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Past Colloquia

Precision Cosmology with the Cosmic Microwave Background

MS3153, Medical Sciences Building, 1 King's College Circle

Sara Simon, University of Michigan

January 31, 2019
2:00pm - 3:00pm

The cosmic microwave background (CMB) provides unparalleled views into the early universe and its later evolution. Recent and ongoing experiments have contributed to our understanding of neutrinos, dark energy, and dark matter through measurements of large-scale structure imprinted on the CMB and constrained the conditions…

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Directly Imaging Exoplanetary Systems in Polarized Light

MP202

Maxwell A. Millar-Blanchaer (Jet Propulsion Laboratory)

January 28, 2019
11:00am - 12:00pm

In the past twenty years we have discovered nearly 4000 extrasolar planets, allowing us to begin to answer fundamental questions about our place in the universe. These discoveries have largely been fueled by the development and refinement of planet detection techniques such as the transit,…

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Dark Matter Throughout Cosmic History

Cody Hall, AB 107

Vera Gluscevic (University of Florida)

January 16, 2019
3:00 pm - 4:00 pm

Ours is a dark Universe: its astrophysical systems are but a minor addition to dark matter, whose abundance six times outweighs all other particles in the Universe. The physical nature of dark matter is a pressing question, whose answer will likely lead to discovery of…

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The Transient Universe: Cosmic Explosions and Dark Energy

Cody Hall, AB 107

Mark Sullivan (University of Southampton)

December 12, 2018
3:00 pm - 4:00 pm

Type Ia supernovae have long been used as probes of the expansion history of the universe. Their standardisable luminosities make them very attractive as distance measures, and they remain indispensable in constraining the properties of dark energy. In this talk, I will give an update…

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Planet Formation as told by Kepler

Cody Hall, AB 107

Eve J. Lee (California Institute of Technology)

December 05, 2018
3:00 pm - 4:00 pm

One of the key results from the Kepler mission is that super-Earths and sub-Neptunes abound in the universe, outnumbering their larger counterparts. Their radii (~1–4 Rearth) and masses (~2–20 Mearth) are consistent with the bulk solid-to-gas mass ratio of 100:1. Basic astrophysical considerations of gas…

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Joint Colloquium presented by The Institute for the History and Philosophy of Science and Technology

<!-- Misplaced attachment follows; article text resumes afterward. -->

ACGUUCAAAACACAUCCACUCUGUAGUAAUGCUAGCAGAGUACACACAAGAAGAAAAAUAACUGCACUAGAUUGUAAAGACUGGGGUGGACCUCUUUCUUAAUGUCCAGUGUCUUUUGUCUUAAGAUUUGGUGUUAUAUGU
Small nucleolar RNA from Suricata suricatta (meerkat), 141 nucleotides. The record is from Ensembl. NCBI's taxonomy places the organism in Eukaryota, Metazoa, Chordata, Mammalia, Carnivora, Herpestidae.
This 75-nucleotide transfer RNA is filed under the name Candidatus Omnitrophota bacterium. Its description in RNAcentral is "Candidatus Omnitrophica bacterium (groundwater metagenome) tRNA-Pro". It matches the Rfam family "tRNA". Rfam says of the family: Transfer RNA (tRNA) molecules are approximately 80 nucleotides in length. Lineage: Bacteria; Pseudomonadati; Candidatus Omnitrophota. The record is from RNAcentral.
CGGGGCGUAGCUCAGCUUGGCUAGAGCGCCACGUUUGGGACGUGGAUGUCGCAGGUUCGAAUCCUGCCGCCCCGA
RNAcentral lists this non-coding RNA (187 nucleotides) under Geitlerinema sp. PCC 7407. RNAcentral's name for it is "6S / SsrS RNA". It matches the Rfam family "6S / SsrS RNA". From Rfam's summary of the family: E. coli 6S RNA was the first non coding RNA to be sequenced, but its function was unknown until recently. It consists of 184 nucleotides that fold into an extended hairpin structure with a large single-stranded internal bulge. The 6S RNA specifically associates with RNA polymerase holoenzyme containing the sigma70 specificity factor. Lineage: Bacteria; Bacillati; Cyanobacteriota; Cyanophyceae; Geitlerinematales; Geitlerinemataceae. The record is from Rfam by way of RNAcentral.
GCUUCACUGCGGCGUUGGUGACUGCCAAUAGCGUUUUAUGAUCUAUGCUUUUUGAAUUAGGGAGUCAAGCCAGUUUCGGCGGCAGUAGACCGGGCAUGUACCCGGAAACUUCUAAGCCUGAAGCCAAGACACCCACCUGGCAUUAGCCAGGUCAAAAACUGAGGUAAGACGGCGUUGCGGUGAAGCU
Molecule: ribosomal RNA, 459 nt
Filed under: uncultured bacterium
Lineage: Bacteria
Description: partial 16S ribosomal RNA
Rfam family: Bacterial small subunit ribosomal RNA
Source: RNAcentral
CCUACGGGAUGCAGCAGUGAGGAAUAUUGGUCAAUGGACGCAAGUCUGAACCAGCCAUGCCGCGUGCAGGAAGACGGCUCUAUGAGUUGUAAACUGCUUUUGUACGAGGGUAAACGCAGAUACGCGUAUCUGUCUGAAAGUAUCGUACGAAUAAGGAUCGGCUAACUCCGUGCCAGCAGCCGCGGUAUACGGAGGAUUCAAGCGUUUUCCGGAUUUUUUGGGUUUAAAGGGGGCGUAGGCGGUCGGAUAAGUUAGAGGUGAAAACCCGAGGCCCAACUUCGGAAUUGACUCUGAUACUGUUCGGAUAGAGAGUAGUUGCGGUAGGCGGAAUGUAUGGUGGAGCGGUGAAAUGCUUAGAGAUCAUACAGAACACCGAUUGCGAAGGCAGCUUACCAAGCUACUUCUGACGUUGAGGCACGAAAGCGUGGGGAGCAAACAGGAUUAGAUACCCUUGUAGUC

Cody Hall, AB 107

R. Peter Broughton and Andrew Oakes (IHPST, University of Toronto)

November 28, 2018
3:00 pm - 4:00 pm

“The UofT and J.S. Plaskett” by R. Peter Broughton Abstract: John Stanley Plaskett (1865-1941) did not show any interest in astronomy until 1903 when he embarked on a career that would blossom into one of the most illustrious of his time. By 1913, he convinced the Canadian…

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Galaxy Evolution in Dense Environments

Cody Hall, AB 107

Laura Parker (McMaster University)

November 21, 2018
3:00 pm - 4:00 pm

Over time star-forming galaxies transform into passively-evolving red galaxies. These transformations are due to a combination of internal processes, like the presence of a bar or active galactic nucleus, as well as environmental processes. I will review some of our recent work on galaxies in…

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Extreme Makeover: Titan Edition

Cody Hall, AB 107

Catherine Neish (University of Western Ontario)

November 14, 2018
3:00 pm - 4:00 pm

When the Cassini spacecraft arrived at Titan in 2004, it revealed a varied and active world previously unseen. Unique among the icy satellites, Titan’s surface shows evidence for extensive modification by fluvial and aeolian processes. Erosion likely contributes to the noticeable lack of craters on…

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Karl Kamper Memorial Lecture – “Science and Technology of the Mid-Infrared ELT Imager and Spectrograph (METIS)”

Cody Hall, AB 107

Bernhard Brandl, Leiden University

November 07, 2018
3:00 pm - 4:00 pm

The Mid-Infrared ELT Imager and Spectrograph (METIS) is one of three first generation, scientific instruments on the European Extremely Large Telescope (ELT).  The ELT with its 39 meter aperture is expected to see first light in 2024. In my talk I will provide a brief…

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Galaxy Evolution from Nearby Resolved Galaxies

Cody Hall, AB 107

Karen Masters (Haverford College)

October 31, 2018
3:00 pm - 4:00 pm

The morphology of a galaxy provides information on the orbits of stars within it. As such, important clues to the formation history of galaxies is revealed by their morphologies, and this information is complimentary, but not identical to, their star formation history and chemical composition…

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